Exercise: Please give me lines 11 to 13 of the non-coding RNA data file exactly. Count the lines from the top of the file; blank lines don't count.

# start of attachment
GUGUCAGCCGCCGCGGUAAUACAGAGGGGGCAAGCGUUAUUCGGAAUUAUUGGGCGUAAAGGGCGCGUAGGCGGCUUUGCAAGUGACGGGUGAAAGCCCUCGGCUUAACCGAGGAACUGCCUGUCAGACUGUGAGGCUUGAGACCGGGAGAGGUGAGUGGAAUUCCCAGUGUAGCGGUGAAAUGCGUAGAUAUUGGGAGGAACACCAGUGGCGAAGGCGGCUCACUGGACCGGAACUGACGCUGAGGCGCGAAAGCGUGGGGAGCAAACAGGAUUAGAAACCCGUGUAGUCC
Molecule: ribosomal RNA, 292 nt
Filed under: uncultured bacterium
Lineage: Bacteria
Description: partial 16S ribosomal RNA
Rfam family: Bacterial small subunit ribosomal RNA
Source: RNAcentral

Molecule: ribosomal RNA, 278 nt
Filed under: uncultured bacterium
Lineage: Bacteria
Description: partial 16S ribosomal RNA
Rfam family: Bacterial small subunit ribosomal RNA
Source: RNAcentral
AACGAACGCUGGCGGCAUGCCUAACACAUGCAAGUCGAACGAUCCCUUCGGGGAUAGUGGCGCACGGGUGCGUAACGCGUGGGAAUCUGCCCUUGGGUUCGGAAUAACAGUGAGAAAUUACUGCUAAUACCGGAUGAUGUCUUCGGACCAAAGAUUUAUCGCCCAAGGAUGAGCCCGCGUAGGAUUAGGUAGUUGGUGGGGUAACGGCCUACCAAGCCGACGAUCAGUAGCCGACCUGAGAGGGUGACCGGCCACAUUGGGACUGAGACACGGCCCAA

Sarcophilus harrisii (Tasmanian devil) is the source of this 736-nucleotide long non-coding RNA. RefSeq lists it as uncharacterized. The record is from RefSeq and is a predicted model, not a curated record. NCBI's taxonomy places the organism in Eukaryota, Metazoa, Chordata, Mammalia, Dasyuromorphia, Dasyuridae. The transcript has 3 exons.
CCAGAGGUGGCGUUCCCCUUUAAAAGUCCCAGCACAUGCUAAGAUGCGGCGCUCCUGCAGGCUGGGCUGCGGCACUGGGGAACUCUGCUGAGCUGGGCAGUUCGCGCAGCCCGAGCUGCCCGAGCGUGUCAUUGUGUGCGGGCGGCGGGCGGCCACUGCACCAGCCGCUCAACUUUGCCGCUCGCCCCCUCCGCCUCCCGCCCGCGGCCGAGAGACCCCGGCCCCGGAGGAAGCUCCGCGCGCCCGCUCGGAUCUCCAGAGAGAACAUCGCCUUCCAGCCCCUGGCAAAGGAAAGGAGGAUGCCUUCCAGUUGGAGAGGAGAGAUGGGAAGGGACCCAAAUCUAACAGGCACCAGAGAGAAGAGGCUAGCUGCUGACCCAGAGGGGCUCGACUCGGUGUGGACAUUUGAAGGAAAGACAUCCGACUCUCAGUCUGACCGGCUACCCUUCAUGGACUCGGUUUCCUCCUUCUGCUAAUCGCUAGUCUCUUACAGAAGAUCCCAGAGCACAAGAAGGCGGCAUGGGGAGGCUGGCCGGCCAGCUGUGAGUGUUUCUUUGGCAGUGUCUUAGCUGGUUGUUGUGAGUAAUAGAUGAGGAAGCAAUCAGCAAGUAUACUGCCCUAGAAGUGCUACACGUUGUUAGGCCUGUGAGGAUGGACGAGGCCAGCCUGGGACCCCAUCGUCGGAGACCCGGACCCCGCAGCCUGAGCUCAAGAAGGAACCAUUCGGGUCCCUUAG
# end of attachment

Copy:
Description: partial 16S ribosomal RNA
Rfam family: Bacterial small subunit ribosomal RNA
Source: RNAcentral